The clinical challenge associated with retraction pastes is ensuring the paste is completely inserted into the sulcus. Manufacturers have designed extra-fine and flexible tips for these pastes to aid in their placement. It is important to visualize the presence of paste in the sulcus and slight blanching of the tissue to confirm adequate placement of the material. These systems may be used in combination with retraction caps, which are hollowed cotton cylinders that are placed over the prepared tooth following application of a retraction paste. The patient bites on the cap to apply pressure on the paste, pushing it into the sulcus.

Clinical studies have shown that retraction pastes are less likely to separate junctional epithelium in the sulcus5 or cause gingival recession than traditional cord.6 Another clinical study showed that the use of a clay-based retraction paste resulted in less sulcular penetration of impression material (0.1 ± 0.41 mm) than using a double-cord technique (0.34 ± 0.3 mm).7 A recent study reported that all paste retraction systems, although less traumatic than retraction cord, produced 10 times less displacement pressure than the cord. Also, Expasyl and Expasyl New Generation produced significantly greater pressure than Retraction Capsule and Magic FoamCord.8 These studies suggest that retraction paste is less harmful to the gingival tissue but it may not provide as much retraction as cord. Therefore, if the margin is too far subgingival, use of retraction cord may be more effective.

Tissue Management Impression System

A newer retractionless tissue management impression system (Aquasil Ultra Cordless Tissue Managing Impression System, DENTSPLY Caulk) directly injects PVS impression material into the gingival sulcus. The system employs a pneumatic dispenser, which pushes an individual cartridge of impression through an extra-fine applicator tip. The system utilizes the thixotropic nature of impression materials, meaning that shear forces applied to the material will decrease its viscosity. As the material is forced through the extra-fine applicator tip, the walls of the tip apply shear forces to the impression material, allowing for better flow and direct placement into the gingival sulcus.

Future of Impressions

As digital impression systems continue to improve, their role in prosthetic dentistry will increase. Several recent advancements have made these systems more feasible in clinical practice. Some digital impressioning systems (CEREC® Omnicam, Sirona Dental; PlanScan®, Planmeca; iTero®, Align Technology; TRIOS® Color, 3Shape) have been simplified by eliminating or reducing the titanium dioxide powder used to coat prepared teeth. Many systems allow the clinician to continuously capture the impression with a video-based scanner instead of point and click. Some systems produce color images. The scanners themselves have also evolved; some can be plugged directly into a laptop, while others (3M™ True Definition, 3M ESPE) have been scaled down to the size of a dental handpiece. The software on some of the devices has been modified to allow the clinician to save the scans in an “open” format file. These open STL files can then be sent directly to any in-office milling machine or a dental laboratory milling device that accepts an STL file. In addition, open systems allow seamless integration of the digital impression with cone-beam computed tomography (CBCT) data for implant and orthodontic treatment planning.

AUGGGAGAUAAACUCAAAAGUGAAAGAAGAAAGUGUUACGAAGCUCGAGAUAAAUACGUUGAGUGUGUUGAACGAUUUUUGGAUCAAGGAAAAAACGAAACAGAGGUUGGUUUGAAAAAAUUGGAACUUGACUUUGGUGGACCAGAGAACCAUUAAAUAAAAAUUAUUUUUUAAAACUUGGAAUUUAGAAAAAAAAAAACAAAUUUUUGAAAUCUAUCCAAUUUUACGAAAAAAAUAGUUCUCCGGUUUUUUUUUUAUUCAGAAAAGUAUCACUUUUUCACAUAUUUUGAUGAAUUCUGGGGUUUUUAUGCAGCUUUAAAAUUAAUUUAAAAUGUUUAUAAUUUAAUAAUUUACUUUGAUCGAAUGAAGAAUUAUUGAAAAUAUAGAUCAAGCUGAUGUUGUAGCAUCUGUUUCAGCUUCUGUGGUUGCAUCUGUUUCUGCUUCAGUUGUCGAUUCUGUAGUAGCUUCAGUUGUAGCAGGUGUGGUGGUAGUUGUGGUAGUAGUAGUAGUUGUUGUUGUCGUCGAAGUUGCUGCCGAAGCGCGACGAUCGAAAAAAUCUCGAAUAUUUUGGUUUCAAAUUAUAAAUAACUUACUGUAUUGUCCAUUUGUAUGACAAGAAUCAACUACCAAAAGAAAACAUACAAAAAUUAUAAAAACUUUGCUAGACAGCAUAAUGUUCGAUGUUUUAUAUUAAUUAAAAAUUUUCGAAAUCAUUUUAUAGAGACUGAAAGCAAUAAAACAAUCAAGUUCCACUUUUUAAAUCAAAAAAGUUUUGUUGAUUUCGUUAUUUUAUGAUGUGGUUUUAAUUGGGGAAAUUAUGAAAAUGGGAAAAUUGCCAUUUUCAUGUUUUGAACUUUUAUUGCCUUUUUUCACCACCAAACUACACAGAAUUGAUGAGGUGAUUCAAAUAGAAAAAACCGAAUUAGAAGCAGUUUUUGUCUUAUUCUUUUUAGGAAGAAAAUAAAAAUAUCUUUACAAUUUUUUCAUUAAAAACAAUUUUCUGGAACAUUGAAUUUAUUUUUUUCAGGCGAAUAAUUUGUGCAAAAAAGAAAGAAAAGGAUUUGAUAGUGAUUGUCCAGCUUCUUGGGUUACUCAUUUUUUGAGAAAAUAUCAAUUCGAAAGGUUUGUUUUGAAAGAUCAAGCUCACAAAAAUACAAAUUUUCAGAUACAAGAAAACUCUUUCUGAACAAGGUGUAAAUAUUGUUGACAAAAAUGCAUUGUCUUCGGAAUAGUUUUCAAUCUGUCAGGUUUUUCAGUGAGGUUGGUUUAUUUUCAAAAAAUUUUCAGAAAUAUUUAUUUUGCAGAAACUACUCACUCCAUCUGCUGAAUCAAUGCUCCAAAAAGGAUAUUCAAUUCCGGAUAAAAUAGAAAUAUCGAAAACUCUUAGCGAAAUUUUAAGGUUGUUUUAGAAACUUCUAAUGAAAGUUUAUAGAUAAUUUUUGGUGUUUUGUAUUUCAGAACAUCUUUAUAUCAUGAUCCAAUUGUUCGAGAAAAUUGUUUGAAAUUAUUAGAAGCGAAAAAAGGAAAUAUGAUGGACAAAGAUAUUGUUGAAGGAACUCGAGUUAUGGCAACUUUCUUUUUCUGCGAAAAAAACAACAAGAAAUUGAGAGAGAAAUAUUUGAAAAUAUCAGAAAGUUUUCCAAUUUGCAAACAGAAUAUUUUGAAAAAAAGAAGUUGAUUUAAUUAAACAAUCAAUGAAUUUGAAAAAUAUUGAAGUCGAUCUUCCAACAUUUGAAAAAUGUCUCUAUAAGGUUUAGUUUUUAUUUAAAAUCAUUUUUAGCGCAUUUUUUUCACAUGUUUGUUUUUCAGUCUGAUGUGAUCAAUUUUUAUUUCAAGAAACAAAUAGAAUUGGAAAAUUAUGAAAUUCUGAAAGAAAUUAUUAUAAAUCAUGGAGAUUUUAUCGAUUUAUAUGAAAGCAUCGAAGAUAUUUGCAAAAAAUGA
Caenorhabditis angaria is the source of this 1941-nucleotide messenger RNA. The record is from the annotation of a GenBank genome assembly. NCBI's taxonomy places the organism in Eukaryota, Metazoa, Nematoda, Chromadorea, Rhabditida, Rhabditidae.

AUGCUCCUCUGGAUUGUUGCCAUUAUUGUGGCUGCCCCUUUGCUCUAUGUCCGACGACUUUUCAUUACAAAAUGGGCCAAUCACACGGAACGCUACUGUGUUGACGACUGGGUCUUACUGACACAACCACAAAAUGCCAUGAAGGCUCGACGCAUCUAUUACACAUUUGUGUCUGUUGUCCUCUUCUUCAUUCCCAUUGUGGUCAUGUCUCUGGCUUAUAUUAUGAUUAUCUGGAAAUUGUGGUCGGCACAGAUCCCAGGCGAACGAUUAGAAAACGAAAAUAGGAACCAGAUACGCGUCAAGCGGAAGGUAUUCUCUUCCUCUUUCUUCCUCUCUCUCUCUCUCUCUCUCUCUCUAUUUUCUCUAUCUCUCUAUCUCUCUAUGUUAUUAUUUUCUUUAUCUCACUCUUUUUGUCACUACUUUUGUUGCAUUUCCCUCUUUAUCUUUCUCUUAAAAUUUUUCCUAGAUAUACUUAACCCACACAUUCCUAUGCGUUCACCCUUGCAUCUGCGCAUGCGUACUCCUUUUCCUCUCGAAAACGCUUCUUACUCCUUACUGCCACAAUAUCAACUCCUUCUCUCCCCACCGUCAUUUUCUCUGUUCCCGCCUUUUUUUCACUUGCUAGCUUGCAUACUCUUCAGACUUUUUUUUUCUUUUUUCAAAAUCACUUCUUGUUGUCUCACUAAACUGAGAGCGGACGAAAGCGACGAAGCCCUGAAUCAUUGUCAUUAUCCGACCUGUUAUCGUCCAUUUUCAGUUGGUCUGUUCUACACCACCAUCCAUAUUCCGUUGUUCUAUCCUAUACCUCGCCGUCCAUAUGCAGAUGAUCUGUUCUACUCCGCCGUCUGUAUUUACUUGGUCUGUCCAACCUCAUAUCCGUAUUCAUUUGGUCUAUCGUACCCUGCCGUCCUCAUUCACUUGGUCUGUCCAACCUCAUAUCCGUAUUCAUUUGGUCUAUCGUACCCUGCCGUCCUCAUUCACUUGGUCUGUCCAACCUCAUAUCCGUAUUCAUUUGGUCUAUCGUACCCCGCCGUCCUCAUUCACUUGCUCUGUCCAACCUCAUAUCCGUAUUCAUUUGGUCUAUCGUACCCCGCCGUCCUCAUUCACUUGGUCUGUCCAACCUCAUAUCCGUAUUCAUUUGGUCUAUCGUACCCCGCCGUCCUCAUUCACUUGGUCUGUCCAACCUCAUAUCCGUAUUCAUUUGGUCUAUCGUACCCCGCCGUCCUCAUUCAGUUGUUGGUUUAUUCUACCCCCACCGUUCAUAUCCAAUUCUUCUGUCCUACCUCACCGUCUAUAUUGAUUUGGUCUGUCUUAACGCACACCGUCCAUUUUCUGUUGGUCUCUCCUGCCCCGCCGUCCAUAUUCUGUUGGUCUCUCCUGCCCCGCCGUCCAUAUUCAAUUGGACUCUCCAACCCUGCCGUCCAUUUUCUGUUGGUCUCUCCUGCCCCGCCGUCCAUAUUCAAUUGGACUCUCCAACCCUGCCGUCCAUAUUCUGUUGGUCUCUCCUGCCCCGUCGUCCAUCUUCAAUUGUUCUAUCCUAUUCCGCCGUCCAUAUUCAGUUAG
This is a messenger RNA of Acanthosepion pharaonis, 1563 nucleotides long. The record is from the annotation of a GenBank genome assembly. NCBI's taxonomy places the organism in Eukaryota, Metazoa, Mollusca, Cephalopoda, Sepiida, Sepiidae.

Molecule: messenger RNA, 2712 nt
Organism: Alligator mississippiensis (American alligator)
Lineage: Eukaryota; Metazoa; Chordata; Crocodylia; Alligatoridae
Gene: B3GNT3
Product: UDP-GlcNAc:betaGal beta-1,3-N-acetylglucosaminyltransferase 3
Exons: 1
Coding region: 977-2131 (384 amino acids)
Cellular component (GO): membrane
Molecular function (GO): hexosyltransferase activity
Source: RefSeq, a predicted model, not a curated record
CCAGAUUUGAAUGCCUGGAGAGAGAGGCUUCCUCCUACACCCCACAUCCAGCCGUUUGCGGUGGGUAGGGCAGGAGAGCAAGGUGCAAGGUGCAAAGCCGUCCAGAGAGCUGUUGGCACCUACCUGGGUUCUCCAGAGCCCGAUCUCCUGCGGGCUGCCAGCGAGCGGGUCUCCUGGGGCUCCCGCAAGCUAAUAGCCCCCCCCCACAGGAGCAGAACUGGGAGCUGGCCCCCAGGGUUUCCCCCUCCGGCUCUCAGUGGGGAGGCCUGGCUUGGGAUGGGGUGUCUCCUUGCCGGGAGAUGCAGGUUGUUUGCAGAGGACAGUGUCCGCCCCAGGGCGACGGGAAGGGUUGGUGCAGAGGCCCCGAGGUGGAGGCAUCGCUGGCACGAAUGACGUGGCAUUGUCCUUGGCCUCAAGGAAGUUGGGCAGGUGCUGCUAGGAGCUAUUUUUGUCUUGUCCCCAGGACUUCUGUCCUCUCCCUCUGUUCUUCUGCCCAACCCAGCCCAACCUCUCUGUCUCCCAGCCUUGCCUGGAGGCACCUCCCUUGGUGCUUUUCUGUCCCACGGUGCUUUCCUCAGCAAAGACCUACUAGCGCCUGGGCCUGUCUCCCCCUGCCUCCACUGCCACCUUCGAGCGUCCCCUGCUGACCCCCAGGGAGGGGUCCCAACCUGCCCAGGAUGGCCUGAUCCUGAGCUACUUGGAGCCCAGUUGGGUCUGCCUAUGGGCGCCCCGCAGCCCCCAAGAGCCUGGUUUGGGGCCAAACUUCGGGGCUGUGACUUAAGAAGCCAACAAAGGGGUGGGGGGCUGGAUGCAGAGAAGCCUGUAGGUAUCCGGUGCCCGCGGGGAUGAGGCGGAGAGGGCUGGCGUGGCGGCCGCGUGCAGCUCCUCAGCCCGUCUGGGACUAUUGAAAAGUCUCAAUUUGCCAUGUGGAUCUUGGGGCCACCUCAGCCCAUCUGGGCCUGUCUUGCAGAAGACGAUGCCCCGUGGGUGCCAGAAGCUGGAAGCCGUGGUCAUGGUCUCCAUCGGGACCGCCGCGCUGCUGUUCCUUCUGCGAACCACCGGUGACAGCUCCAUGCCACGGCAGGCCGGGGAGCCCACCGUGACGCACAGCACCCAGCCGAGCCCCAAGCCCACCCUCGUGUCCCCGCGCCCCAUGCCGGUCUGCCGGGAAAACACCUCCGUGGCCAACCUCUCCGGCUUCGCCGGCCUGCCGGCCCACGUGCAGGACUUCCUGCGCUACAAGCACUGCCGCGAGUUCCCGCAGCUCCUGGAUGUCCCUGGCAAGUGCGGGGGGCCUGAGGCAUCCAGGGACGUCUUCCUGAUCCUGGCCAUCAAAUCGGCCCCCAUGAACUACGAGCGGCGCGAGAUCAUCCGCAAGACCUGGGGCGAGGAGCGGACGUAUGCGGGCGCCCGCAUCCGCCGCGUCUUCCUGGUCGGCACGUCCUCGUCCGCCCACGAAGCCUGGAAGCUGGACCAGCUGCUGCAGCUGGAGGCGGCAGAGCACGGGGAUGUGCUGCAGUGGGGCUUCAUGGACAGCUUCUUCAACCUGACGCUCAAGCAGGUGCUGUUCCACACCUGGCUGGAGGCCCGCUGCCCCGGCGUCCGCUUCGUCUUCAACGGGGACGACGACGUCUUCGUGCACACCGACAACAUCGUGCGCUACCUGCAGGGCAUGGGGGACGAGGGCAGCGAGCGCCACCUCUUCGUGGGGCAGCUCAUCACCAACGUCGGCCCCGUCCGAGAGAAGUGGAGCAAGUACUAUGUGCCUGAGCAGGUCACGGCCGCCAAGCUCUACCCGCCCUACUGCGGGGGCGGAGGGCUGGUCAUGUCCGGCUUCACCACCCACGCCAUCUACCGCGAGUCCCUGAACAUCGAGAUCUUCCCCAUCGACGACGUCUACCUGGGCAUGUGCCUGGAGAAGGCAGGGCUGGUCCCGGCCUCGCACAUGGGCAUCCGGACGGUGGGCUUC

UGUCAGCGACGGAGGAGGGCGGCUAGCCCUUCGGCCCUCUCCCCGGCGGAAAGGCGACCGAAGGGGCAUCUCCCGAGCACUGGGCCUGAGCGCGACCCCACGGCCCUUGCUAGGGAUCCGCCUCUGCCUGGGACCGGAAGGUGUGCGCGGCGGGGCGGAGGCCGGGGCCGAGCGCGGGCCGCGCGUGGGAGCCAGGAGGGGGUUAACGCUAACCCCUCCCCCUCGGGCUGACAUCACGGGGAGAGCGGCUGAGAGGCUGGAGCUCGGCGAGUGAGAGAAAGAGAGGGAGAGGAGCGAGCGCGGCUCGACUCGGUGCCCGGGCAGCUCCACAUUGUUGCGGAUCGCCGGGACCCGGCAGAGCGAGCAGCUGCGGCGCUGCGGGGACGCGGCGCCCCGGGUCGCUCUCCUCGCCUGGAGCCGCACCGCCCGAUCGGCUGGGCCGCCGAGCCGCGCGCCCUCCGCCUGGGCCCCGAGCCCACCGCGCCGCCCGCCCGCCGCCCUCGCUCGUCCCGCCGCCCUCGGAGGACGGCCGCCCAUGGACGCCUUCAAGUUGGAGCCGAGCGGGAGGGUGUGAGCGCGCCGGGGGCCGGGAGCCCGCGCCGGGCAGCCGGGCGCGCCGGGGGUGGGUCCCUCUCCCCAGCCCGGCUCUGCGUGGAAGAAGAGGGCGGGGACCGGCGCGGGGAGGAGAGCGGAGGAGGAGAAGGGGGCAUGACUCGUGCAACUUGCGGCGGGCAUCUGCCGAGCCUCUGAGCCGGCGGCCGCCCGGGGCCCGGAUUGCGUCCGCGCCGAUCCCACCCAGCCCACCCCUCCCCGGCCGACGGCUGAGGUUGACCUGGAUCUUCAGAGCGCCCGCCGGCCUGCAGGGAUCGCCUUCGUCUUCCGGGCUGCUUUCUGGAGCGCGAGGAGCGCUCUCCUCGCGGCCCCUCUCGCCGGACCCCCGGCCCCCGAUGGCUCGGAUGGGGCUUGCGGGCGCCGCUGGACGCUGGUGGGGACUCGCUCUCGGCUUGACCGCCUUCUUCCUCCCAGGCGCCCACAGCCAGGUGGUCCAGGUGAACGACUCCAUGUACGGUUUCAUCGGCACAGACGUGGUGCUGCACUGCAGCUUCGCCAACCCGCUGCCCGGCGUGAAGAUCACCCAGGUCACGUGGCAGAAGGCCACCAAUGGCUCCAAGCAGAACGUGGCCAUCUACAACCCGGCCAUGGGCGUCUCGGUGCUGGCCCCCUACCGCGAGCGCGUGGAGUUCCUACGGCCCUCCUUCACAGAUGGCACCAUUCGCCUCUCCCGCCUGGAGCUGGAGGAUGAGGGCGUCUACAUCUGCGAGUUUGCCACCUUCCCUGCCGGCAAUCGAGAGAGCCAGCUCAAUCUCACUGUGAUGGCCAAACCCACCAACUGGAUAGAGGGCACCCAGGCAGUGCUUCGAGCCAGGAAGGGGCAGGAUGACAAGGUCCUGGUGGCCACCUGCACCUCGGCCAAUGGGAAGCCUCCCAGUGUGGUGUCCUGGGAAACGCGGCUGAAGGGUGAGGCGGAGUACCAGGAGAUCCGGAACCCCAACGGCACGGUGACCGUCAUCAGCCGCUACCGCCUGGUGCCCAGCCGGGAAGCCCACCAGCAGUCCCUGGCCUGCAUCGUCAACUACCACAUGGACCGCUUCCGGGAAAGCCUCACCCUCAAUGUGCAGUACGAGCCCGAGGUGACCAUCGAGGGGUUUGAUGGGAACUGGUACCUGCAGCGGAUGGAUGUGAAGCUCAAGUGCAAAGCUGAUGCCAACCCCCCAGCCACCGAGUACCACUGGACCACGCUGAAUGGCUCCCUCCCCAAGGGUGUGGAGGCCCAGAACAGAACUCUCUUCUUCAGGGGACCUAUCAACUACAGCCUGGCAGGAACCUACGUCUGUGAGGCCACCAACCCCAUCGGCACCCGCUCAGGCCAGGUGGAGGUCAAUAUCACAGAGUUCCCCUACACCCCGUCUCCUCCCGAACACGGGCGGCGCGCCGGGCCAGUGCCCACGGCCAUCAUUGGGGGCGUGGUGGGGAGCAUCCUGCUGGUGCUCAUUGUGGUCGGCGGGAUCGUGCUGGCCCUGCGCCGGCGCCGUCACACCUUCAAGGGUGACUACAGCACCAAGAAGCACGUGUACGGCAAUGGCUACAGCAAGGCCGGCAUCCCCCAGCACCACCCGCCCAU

Capturing the crown finish line with a digital impression system requires visualization of the margin and, in many cases, still involves retraction of the gingival tissue. One advantage of digital impression systems is that if an area of the margin is not captured clearly, that area of the scan can be deleted and rescanned. The dream of restorative dentistry would be an x-ray CT scan that could accurately capture hard-tissue impressions for fixed prosthesis fabrication and subtract interfering soft tissue. As CT devices become more commonplace in dental offices, this technology may be closer to realization than thought.

About the authors

Nathaniel C. Lawson, DMD, PhD

Assistant Professor, Department of Clinical and Community Sciences, Division of Biomaterials, University of Alabama at Birmingham School of Dentistry, Birmingham, Alabama

John O. Burgess, DDS, MS

Assistant Dean for Clinical Research, Department of Clinical and Community Sciences, Division of Biomaterials, University of Alabama at Birmingham School of Dentistry, Birmingham, Alabama